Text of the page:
iOS 13: Get Your Mobile App Ready Today

by Sep 12, 2019#iOS, #Mobile, #News

With the new release of iOS 13 and Xcode 11 we could expect nice features, new devices, cool things to try but at the same time some of the updates could be disrupting for your app if not taking the appropriate care.

The most evident is dark mode, which is a very cool feature. This mode on Android is now widely adopted not only because of the appearance but also because of the big battery savings that you could achieve by avoiding super bright colors on certain displays. So definitely is something you would like to design for your app. If you don’t want to adopt dark mode or while migrating your iOS apps to support dark mode you better disable it initially or at least do not rely on the default colors, otherwise you could find weird scenarios in your UI for example you may find black text over black background something not so easy to read.

There was also a tweak on the permissions for an app, so we need to reevaluate the permissions that we require in order to continue working properly.  For example: now it is going to be very evident if the app is using a location permission in the background, there was also the introduction of the “allow once”, or the new explicit permission for BLE (Bluetooth always). Those were not required before and could definitely affect the functioning of your app if not set properly.

You might find that the compiler is more strict so you may have to tweak some of your native code to fix issues that maybe before were unnoticed.

Other thing to consider is the dependencies of your project, we need to make sure that all the submodules are compatible with iOS 13 and the library updates sometimes are not in sync with Apple release plans.

iOS 13 is also introducing several development features. Some of them are definitely worth trying. Some could add nice features to your app and some will make your app more maintainable. Swift UI is tackling one of the most painful problems in iOS which is dealing with storyboards. Although it is very nice building them, they are very painful to merge when multiple developers are working on them and moreover the text representation was really not usable. So many developers prefer to build the entire UI on code. Now with Swift UI the graphical representation looks as powerful as before but now there is a declarative counterpart where we can vary the params and structure and it is always in sync with the graphics, so we still have the best of both worlds.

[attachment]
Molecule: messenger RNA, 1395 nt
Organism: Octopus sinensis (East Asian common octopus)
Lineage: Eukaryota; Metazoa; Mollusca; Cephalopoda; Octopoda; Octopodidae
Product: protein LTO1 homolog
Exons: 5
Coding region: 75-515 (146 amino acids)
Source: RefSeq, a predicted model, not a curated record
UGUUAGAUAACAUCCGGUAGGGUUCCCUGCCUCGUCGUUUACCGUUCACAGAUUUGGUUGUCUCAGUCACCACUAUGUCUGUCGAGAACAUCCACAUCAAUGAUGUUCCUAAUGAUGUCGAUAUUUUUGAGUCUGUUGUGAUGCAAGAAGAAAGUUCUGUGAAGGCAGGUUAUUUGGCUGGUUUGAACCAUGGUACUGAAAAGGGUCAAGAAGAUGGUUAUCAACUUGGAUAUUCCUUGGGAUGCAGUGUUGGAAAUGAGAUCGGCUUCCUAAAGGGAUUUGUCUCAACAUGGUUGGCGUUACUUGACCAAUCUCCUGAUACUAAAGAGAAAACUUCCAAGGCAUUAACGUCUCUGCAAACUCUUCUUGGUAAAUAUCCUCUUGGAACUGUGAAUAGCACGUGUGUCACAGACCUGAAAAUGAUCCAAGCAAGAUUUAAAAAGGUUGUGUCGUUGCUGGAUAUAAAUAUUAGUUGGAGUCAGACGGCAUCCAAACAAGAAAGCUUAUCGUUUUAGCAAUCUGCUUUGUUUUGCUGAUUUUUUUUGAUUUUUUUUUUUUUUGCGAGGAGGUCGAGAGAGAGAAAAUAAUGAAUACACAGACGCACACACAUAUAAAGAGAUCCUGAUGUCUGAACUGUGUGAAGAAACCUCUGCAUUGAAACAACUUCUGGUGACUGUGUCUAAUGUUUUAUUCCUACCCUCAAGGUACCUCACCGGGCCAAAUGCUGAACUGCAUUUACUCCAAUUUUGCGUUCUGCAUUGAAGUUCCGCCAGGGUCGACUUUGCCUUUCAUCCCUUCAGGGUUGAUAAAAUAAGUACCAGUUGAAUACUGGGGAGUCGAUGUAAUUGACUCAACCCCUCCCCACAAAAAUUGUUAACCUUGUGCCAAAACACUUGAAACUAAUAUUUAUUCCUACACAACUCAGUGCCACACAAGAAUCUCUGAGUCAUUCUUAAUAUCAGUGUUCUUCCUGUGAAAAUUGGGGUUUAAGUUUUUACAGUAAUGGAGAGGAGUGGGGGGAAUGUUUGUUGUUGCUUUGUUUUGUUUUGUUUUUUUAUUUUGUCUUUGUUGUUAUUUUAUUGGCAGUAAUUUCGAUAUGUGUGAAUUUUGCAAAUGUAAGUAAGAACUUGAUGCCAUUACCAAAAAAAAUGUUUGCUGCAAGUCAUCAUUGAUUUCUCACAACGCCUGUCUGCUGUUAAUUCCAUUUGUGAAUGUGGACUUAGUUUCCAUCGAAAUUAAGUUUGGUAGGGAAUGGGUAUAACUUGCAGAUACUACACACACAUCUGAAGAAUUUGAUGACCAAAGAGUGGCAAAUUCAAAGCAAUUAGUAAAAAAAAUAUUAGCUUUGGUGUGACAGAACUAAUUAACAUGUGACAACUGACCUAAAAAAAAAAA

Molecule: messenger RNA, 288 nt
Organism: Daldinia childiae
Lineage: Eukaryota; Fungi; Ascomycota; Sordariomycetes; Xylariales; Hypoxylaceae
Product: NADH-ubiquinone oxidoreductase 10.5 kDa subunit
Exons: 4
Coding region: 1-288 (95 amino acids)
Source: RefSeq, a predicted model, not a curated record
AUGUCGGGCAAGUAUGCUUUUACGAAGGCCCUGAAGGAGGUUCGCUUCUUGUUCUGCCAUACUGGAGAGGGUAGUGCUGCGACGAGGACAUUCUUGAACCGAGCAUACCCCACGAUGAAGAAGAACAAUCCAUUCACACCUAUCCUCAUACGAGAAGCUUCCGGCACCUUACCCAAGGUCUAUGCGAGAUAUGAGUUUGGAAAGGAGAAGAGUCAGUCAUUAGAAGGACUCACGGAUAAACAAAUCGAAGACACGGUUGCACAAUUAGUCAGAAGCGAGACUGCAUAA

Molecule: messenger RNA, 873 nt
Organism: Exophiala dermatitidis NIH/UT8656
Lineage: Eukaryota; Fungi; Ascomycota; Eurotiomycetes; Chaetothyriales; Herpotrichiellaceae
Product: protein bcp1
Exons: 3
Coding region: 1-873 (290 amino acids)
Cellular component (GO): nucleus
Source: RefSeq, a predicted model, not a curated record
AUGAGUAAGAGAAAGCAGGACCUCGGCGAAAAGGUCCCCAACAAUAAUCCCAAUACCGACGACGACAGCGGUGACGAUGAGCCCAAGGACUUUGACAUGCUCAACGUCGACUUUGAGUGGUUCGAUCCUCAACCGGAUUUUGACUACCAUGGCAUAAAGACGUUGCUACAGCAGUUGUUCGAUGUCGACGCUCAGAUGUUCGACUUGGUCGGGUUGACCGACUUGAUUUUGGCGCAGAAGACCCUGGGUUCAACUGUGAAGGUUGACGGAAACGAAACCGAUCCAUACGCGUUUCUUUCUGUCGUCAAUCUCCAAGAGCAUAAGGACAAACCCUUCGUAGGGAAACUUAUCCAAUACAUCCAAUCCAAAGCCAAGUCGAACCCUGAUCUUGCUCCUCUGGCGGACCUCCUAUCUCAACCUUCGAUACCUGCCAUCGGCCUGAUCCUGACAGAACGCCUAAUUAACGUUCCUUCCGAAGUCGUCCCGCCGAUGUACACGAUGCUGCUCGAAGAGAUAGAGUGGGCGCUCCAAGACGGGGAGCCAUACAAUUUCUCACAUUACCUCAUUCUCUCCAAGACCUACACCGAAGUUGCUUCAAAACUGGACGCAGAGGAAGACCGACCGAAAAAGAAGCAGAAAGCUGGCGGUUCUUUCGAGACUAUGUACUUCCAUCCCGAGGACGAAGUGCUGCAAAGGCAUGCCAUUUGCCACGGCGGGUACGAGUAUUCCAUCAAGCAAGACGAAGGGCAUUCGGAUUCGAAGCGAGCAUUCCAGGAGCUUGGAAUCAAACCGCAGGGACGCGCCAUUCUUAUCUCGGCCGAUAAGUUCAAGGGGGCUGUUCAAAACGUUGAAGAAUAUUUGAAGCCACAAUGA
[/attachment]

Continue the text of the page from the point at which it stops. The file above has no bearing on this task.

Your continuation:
Other nice feature worth trying is “Combine” which is a framework with similar capabilities as RXSwift. Maybe it would be not worthy translating an already RXSwift working app but definitely for something new it is a framework that will make the code easier, by getting rid of the manual hazard of maintaining callbacks and property observers in place.

Also as Android announced this year several on device capabilities for machine learning, CoreML was also updated allowing to keep trained models and even retraining them within the app avoiding any privacy concern and saving communication bandwidth.

And as if Sign in with Google, Facebook, Amazon, etc. was not enough now we have Sign in with Apple which is now available as another Sign in service to be used on an app and web.

These are just some of the new things on iOS 13 but there are more things to try like Reality Kit, Background Tasks, updates on Vision Kit and many more. Definitely keeping an app up to date with the latest advances in technology that look modern and enjoyable is a big effort and an ongoing task.

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